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Unpublished Paper
Arizona v. Gant: The Good, the Bad, and The Meaning of Reasonable Belief
ExpressO (2012)
  • Geoffrey S. Corn, South Texas College of Law

Reasonable belief. Use of this phrase by the Supreme Court in Arizona v. Gant transformed what could have been a clear and logical holding into a source of potential uncertainty. At its core, Gant constricts the authority to search an automobile incident to lawful arrest (SITLA), an authority established by the Court almost thirty years earlier in New York v. Belton. The Court concluded Belton had evolved to a point that could no longer be justified by the underlying exigency rationale for SITLA, creating an automatic and unrestricted search authority whenever the police arrested an occupant or recent occupant of an automobile. Accordingly, the Court concluded that Belton SITLA authority must be restricted to only those situations involving a genuine risk that the arrestee could gain access to the passenger compartment of the automobile immediately after arrest, with that authority expiring once the arrestee is secured in a manner that deprives her of any meaningful access to the automobile.

Had the Court’s analysis been limited to defining the constriction of Belton’s SITLA authority, little uncertainty would have been produced: once an arrestee was effectively secured, some alternate existing exception to the warrant and probable cause requirements of the Fourth Amendment would then control the reasonableness of all other intrusions into the arrestee’s automobile. The Court, however, did not limit its analysis to this continuum. Instead, writing for the majority, Justice Stevens introduced an apparently new standard—inspired by Justice Scalia’s concurrence in Thornton v. United States —to justify a search of an automobile: “we also conclude that circumstances unique to the automobile context justify a search incident to arrest when it is reasonable to believe that evidence of the offense of arrest might be found in the vehicle.” Until Gant, no such reasonable belief test for assessing a reasonable search existed in Fourth Amendment jurisprudence. Instead, a two-prong equation had become settled law: a full evidentiary search is reasonable only when supported by probable cause; a cursory protective inspection is reasonable on a lower quantum of reasonable suspicion.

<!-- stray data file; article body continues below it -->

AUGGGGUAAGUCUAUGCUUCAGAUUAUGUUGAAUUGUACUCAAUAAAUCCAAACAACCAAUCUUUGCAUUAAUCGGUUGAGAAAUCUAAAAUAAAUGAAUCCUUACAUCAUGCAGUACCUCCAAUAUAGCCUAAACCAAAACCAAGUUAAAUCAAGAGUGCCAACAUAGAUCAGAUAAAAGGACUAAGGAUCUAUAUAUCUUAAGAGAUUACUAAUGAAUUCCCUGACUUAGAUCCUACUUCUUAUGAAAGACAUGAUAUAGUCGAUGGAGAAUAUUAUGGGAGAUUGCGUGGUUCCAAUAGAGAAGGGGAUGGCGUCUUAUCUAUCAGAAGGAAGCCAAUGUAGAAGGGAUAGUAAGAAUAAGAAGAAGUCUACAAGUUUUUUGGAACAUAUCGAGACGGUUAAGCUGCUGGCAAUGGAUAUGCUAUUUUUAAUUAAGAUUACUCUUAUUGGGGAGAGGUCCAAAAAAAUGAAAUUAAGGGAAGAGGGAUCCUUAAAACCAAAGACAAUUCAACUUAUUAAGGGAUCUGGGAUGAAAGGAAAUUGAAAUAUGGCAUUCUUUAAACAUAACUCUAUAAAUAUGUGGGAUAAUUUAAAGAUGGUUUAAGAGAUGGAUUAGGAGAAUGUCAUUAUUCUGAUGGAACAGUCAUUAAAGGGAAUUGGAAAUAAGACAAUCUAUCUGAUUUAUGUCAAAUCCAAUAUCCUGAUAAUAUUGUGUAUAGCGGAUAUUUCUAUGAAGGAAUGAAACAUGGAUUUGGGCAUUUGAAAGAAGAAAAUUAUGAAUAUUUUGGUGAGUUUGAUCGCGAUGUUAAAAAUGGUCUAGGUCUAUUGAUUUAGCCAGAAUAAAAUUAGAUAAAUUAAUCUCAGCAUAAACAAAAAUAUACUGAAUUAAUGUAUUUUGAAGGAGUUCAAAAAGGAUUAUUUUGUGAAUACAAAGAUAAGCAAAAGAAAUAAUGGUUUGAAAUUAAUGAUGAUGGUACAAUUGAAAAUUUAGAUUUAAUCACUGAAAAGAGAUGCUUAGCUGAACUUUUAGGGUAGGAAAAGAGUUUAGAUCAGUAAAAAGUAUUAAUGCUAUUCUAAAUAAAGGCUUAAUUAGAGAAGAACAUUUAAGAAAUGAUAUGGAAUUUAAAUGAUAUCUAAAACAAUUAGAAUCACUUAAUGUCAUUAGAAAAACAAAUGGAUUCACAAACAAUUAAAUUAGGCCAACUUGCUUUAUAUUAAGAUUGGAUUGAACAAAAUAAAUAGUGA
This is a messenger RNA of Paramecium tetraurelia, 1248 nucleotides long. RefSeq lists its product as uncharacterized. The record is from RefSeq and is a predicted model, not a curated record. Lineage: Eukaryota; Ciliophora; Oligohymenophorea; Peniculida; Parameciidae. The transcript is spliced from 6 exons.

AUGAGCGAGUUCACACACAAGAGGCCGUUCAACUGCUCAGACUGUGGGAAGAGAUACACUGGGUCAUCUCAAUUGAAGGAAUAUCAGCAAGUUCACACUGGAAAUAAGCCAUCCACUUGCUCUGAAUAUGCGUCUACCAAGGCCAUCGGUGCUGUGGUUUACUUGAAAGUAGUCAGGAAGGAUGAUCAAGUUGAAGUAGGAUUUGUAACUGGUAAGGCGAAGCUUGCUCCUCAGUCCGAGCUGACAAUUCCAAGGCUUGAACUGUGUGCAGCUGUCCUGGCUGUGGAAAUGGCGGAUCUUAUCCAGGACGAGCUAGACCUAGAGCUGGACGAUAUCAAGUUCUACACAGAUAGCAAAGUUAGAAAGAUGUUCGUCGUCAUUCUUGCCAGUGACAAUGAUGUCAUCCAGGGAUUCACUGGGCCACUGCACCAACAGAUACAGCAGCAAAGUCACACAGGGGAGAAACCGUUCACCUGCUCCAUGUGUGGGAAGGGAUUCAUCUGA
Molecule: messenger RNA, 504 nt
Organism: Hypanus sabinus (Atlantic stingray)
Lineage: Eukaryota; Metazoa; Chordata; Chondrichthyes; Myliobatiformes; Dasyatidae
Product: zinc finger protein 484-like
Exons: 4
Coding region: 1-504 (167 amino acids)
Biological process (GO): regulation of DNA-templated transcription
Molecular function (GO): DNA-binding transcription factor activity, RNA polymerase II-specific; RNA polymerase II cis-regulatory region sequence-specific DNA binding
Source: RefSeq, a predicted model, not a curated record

This article highlights why interpreting ‘reasonable belief’ as a new quantum of proof that renders the search of an automobile reasonable is palpably hostile to the most fundamental principle of search law: pure evidentiary searches may only be reasonable when based on probable cause. Rather, a ‘reasonable belief’ that evidence related to the arrest may be in the automobile operates as a procedural tether, linking the probable cause for the arrest to the search for that evidence. Accordingly, reasonable belief within the meaning of Gant is distinct both from the traditional authority granted by a search incident to a lawful arrest (SITLA) and the authority granted by probable cause and, therefore, has a completely different scope of applicability. Finally, viewing the Court’s decision in Gant as a procedural tether – albeit one with necessary substantive overtones – is neither the hindrance to police procedure nor the detriment to the public good that it might appear to be at first glance.

  • Fourth Amendment,
  • Search Incident to Arrest,
  • Automobile Search,
  • Reasonable Belief,
  • Search and Seizure
Publication Date
February 24, 2012
Citation Information
Geoffrey S. Corn. "Arizona v. Gant: The Good, the Bad, and The Meaning of Reasonable Belief" ExpressO (2012)
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